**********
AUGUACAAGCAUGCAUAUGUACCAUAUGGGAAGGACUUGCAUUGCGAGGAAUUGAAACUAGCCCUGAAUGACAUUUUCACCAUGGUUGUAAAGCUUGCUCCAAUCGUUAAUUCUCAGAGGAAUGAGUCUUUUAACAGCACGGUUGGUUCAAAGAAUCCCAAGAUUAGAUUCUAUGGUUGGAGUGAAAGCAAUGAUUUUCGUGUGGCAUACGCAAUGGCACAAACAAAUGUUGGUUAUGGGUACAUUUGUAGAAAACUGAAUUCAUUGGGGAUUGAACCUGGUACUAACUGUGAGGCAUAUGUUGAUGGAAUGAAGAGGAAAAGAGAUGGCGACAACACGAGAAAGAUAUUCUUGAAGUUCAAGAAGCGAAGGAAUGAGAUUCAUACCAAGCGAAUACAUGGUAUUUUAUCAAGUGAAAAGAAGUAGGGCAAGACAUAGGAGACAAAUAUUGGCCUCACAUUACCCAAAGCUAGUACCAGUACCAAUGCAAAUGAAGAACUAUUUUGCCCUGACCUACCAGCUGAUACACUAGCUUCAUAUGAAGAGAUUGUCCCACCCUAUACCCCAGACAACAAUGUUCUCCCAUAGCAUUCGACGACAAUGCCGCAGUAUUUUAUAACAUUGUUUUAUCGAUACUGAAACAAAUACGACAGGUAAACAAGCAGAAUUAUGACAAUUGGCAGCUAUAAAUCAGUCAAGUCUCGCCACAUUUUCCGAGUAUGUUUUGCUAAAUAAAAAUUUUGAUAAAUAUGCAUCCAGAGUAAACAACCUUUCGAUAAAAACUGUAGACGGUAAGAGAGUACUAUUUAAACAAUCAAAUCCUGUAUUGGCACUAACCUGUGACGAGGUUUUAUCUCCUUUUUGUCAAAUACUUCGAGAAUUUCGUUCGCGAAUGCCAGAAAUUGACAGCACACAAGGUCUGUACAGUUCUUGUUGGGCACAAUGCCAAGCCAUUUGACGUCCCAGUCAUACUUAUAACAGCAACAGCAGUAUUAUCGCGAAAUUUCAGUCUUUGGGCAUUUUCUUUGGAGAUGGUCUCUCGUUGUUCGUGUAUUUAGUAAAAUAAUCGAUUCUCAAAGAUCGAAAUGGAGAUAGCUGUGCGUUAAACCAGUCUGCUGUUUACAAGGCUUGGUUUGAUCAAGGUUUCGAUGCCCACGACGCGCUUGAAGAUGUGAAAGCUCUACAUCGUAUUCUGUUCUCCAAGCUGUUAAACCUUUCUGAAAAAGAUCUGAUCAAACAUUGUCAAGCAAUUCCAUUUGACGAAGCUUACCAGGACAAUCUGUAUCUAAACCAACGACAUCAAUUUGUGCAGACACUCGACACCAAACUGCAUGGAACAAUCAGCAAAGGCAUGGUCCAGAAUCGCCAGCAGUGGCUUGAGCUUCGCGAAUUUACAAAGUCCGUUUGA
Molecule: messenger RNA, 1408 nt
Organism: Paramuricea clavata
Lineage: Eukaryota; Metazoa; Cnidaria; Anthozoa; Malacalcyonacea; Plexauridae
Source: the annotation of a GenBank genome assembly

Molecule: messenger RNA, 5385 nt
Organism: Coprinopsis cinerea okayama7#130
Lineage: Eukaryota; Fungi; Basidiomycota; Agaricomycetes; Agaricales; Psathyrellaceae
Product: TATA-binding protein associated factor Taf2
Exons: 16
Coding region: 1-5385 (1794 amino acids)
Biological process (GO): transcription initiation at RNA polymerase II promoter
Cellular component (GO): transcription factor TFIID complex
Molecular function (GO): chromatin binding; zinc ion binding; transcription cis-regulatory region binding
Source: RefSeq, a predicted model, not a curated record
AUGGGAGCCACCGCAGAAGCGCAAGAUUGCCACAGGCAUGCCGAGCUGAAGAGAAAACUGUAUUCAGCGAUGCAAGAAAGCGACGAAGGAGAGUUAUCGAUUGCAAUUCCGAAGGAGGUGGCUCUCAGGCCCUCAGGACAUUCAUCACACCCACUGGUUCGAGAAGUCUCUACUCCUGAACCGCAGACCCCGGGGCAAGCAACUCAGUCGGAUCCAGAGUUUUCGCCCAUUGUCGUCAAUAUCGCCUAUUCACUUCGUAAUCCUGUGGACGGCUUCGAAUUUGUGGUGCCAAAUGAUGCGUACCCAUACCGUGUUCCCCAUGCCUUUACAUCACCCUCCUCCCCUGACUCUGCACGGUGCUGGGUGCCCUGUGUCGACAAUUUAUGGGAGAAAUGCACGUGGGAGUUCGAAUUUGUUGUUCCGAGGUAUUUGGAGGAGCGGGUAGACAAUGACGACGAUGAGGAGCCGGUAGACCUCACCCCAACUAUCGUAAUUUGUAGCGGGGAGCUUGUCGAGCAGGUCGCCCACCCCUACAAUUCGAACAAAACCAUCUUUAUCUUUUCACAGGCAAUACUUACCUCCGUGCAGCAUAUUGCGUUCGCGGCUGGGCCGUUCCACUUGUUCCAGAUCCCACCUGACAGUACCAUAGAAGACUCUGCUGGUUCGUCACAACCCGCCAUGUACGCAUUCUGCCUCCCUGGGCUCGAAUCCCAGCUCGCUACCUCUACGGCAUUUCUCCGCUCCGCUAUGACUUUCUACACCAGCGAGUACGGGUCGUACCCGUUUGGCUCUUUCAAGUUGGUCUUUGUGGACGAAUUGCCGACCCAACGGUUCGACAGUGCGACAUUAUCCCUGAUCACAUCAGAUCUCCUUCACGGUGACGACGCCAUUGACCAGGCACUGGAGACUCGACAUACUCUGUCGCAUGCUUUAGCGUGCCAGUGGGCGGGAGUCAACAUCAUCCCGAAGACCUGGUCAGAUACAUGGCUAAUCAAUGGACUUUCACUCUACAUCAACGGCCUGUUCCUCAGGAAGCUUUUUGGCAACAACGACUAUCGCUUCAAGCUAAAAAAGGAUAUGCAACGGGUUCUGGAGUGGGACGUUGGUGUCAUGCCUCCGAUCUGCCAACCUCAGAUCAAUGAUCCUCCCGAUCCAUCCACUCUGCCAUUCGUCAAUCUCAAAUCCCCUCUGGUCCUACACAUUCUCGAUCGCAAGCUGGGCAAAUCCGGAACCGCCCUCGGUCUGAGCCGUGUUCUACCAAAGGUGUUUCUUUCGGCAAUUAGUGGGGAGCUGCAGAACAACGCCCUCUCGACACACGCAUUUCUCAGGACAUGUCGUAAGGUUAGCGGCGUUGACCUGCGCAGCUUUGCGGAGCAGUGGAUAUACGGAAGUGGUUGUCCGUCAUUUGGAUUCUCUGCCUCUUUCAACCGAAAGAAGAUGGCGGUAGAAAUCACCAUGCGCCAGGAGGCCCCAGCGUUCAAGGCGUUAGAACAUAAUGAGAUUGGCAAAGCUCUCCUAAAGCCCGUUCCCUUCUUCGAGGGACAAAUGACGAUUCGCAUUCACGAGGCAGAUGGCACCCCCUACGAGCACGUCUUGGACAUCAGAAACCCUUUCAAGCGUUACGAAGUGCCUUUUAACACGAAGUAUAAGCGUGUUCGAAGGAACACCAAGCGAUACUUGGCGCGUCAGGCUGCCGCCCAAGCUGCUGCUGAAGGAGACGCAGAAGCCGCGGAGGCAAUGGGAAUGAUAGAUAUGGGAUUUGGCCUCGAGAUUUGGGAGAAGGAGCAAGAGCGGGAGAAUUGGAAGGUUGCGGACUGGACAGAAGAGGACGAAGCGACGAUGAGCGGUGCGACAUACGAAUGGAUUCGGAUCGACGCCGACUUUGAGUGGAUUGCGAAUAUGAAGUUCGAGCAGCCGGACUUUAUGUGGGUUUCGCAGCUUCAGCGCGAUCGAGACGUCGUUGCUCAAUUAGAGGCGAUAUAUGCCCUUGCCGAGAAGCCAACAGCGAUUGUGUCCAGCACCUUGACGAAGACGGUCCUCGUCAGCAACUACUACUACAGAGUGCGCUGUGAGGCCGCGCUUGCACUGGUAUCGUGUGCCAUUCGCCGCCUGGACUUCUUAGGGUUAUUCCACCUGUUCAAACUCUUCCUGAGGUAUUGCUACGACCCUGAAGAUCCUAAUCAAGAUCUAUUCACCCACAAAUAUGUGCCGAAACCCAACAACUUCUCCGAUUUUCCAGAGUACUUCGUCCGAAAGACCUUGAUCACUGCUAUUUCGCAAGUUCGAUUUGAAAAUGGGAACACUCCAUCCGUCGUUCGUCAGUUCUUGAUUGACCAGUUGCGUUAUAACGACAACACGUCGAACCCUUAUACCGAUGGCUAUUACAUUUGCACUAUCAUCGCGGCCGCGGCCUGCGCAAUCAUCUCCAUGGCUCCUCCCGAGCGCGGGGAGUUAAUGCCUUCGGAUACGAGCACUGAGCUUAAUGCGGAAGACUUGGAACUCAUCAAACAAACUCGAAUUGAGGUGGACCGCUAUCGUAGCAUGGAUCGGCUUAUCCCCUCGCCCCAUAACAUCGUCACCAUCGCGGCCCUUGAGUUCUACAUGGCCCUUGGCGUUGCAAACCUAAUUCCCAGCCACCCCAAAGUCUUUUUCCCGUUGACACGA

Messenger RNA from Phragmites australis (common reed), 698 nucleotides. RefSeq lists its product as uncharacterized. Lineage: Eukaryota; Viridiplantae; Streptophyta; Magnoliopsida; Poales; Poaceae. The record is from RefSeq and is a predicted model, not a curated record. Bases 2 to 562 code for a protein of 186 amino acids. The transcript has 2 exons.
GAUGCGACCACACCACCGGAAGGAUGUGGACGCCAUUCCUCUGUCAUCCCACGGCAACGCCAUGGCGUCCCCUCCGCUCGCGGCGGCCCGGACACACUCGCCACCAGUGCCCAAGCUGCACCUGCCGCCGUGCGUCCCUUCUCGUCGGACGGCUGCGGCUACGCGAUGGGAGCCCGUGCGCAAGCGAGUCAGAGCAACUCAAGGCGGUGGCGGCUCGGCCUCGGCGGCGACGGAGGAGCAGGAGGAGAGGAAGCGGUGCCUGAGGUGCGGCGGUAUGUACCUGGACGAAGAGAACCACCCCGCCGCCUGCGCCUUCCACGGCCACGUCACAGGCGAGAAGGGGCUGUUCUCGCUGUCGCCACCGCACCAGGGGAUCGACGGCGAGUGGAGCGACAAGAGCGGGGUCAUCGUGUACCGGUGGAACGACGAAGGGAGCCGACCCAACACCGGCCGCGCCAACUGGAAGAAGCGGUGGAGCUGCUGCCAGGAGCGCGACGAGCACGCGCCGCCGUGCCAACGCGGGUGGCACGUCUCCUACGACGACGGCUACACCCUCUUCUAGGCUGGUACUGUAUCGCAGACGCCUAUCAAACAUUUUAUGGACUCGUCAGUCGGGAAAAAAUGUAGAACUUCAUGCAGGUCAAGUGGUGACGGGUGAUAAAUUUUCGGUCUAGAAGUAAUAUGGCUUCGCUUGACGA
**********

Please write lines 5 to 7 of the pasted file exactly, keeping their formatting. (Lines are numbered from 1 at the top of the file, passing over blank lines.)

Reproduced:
Source: the annotation of a GenBank genome assembly

Molecule: messenger RNA, 5385 nt
Organism: Coprinopsis cinerea okayama7#130